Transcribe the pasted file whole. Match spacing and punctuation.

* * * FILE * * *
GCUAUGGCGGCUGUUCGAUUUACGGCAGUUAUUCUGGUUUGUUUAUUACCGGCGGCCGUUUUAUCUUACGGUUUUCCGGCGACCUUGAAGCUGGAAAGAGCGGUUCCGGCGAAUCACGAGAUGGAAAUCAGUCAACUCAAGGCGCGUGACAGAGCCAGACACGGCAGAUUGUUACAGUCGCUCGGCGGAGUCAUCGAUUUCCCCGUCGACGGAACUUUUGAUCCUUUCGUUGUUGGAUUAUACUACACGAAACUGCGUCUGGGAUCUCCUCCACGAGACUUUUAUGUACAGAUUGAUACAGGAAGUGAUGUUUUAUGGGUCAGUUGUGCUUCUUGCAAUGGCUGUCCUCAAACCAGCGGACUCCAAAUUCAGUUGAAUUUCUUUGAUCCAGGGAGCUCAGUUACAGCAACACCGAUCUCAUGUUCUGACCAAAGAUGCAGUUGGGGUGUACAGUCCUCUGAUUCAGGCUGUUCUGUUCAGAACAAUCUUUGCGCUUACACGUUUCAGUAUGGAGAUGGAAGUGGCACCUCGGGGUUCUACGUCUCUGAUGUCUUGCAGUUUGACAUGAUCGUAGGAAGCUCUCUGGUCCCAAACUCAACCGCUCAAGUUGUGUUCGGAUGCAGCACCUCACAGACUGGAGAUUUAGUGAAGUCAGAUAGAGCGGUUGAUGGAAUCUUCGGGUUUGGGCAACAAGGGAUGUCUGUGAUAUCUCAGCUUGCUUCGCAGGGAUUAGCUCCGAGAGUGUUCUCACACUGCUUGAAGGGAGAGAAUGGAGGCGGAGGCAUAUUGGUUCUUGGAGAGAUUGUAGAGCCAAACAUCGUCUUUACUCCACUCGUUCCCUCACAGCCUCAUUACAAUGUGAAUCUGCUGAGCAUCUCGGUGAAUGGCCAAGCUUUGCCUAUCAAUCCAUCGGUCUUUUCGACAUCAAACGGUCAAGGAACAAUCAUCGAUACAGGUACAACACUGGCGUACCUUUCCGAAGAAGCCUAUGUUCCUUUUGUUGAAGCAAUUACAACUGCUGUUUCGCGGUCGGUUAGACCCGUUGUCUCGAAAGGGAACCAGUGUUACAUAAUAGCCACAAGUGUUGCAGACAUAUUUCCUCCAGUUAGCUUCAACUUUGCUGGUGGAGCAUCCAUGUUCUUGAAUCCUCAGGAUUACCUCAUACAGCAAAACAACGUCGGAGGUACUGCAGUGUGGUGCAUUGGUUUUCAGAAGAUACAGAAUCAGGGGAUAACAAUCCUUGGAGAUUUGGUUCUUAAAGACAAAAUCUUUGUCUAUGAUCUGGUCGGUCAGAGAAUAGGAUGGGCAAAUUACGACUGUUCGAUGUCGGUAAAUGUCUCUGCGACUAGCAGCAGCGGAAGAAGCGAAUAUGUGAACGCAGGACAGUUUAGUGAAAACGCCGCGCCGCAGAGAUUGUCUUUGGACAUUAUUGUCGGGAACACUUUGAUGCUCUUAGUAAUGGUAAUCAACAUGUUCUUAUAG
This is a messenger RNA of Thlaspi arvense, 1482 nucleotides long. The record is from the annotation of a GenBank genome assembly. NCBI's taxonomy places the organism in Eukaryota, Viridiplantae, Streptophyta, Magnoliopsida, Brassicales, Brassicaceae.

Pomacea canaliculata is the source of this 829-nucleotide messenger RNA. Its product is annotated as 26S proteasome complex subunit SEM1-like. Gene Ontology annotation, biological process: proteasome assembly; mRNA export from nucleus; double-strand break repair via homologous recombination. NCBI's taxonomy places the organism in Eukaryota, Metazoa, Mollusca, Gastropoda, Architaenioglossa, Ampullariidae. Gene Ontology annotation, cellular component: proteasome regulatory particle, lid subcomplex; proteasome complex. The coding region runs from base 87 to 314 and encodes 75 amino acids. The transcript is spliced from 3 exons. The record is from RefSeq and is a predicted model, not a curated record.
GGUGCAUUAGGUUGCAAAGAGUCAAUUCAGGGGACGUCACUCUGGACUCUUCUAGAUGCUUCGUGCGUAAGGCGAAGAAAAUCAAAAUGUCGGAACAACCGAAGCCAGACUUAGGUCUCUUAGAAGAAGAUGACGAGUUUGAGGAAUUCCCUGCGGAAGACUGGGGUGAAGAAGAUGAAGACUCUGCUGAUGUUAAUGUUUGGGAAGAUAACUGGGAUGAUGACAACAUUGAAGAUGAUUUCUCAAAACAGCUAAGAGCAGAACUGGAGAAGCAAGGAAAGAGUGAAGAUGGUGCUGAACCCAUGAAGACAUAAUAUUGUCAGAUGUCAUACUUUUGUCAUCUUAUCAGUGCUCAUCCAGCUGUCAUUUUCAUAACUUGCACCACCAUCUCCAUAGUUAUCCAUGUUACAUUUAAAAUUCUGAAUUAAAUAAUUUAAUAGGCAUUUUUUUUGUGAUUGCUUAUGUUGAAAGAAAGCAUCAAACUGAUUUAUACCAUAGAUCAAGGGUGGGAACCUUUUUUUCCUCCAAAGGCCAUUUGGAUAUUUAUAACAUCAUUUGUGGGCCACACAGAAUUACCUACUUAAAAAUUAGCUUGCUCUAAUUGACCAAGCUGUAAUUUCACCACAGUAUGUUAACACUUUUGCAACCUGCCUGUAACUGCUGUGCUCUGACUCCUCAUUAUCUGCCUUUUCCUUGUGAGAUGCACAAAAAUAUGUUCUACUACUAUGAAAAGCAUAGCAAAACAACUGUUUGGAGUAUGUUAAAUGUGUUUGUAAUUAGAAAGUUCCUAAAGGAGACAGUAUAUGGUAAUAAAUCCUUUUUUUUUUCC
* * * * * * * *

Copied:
GCUAUGGCGGCUGUUCGAUUUACGGCAGUUAUUCUGGUUUGUUUAUUACCGGCGGCCGUUUUAUCUUACGGUUUUCCGGCGACCUUGAAGCUGGAAAGAGCGGUUCCGGCGAAUCACGAGAUGGAAAUCAGUCAACUCAAGGCGCGUGACAGAGCCAGACACGGCAGAUUGUUACAGUCGCUCGGCGGAGUCAUCGAUUUCCCCGUCGACGGAACUUUUGAUCCUUUCGUUGUUGGAUUAUACUACACGAAACUGCGUCUGGGAUCUCCUCCACGAGACUUUUAUGUACAGAUUGAUACAGGAAGUGAUGUUUUAUGGGUCAGUUGUGCUUCUUGCAAUGGCUGUCCUCAAACCAGCGGACUCCAAAUUCAGUUGAAUUUCUUUGAUCCAGGGAGCUCAGUUACAGCAACACCGAUCUCAUGUUCUGACCAAAGAUGCAGUUGGGGUGUACAGUCCUCUGAUUCAGGCUGUUCUGUUCAGAACAAUCUUUGCGCUUACACGUUUCAGUAUGGAGAUGGAAGUGGCACCUCGGGGUUCUACGUCUCUGAUGUCUUGCAGUUUGACAUGAUCGUAGGAAGCUCUCUGGUCCCAAACUCAACCGCUCAAGUUGUGUUCGGAUGCAGCACCUCACAGACUGGAGAUUUAGUGAAGUCAGAUAGAGCGGUUGAUGGAAUCUUCGGGUUUGGGCAACAAGGGAUGUCUGUGAUAUCUCAGCUUGCUUCGCAGGGAUUAGCUCCGAGAGUGUUCUCACACUGCUUGAAGGGAGAGAAUGGAGGCGGAGGCAUAUUGGUUCUUGGAGAGAUUGUAGAGCCAAACAUCGUCUUUACUCCACUCGUUCCCUCACAGCCUCAUUACAAUGUGAAUCUGCUGAGCAUCUCGGUGAAUGGCCAAGCUUUGCCUAUCAAUCCAUCGGUCUUUUCGACAUCAAACGGUCAAGGAACAAUCAUCGAUACAGGUACAACACUGGCGUACCUUUCCGAAGAAGCCUAUGUUCCUUUUGUUGAAGCAAUUACAACUGCUGUUUCGCGGUCGGUUAGACCCGUUGUCUCGAAAGGGAACCAGUGUUACAUAAUAGCCACAAGUGUUGCAGACAUAUUUCCUCCAGUUAGCUUCAACUUUGCUGGUGGAGCAUCCAUGUUCUUGAAUCCUCAGGAUUACCUCAUACAGCAAAACAACGUCGGAGGUACUGCAGUGUGGUGCAUUGGUUUUCAGAAGAUACAGAAUCAGGGGAUAACAAUCCUUGGAGAUUUGGUUCUUAAAGACAAAAUCUUUGUCUAUGAUCUGGUCGGUCAGAGAAUAGGAUGGGCAAAUUACGACUGUUCGAUGUCGGUAAAUGUCUCUGCGACUAGCAGCAGCGGAAGAAGCGAAUAUGUGAACGCAGGACAGUUUAGUGAAAACGCCGCGCCGCAGAGAUUGUCUUUGGACAUUAUUGUCGGGAACACUUUGAUGCUCUUAGUAAUGGUAAUCAACAUGUUCUUAUAG
This is a messenger RNA of Thlaspi arvense, 1482 nucleotides long. The record is from the annotation of a GenBank genome assembly. NCBI's taxonomy places the organism in Eukaryota, Viridiplantae, Streptophyta, Magnoliopsida, Brassicales, Brassicaceae.

Pomacea canaliculata is the source of this 829-nucleotide messenger RNA. Its product is annotated as 26S proteasome complex subunit SEM1-like. Gene Ontology annotation, biological process: proteasome assembly; mRNA export from nucleus; double-strand break repair via homologous recombination. NCBI's taxonomy places the organism in Eukaryota, Metazoa, Mollusca, Gastropoda, Architaenioglossa, Ampullariidae. Gene Ontology annotation, cellular component: proteasome regulatory particle, lid subcomplex; proteasome complex. The coding region runs from base 87 to 314 and encodes 75 amino acids. The transcript is spliced from 3 exons. The record is from RefSeq and is a predicted model, not a curated record.
GGUGCAUUAGGUUGCAAAGAGUCAAUUCAGGGGACGUCACUCUGGACUCUUCUAGAUGCUUCGUGCGUAAGGCGAAGAAAAUCAAAAUGUCGGAACAACCGAAGCCAGACUUAGGUCUCUUAGAAGAAGAUGACGAGUUUGAGGAAUUCCCUGCGGAAGACUGGGGUGAAGAAGAUGAAGACUCUGCUGAUGUUAAUGUUUGGGAAGAUAACUGGGAUGAUGACAACAUUGAAGAUGAUUUCUCAAAACAGCUAAGAGCAGAACUGGAGAAGCAAGGAAAGAGUGAAGAUGGUGCUGAACCCAUGAAGACAUAAUAUUGUCAGAUGUCAUACUUUUGUCAUCUUAUCAGUGCUCAUCCAGCUGUCAUUUUCAUAACUUGCACCACCAUCUCCAUAGUUAUCCAUGUUACAUUUAAAAUUCUGAAUUAAAUAAUUUAAUAGGCAUUUUUUUUGUGAUUGCUUAUGUUGAAAGAAAGCAUCAAACUGAUUUAUACCAUAGAUCAAGGGUGGGAACCUUUUUUUCCUCCAAAGGCCAUUUGGAUAUUUAUAACAUCAUUUGUGGGCCACACAGAAUUACCUACUUAAAAAUUAGCUUGCUCUAAUUGACCAAGCUGUAAUUUCACCACAGUAUGUUAACACUUUUGCAACCUGCCUGUAACUGCUGUGCUCUGACUCCUCAUUAUCUGCCUUUUCCUUGUGAGAUGCACAAAAAUAUGUUCUACUACUAUGAAAAGCAUAGCAAAACAACUGUUUGGAGUAUGUUAAAUGUGUUUGUAAUUAGAAAGUUCCUAAAGGAGACAGUAUAUGGUAAUAAAUCCUUUUUUUUUUCC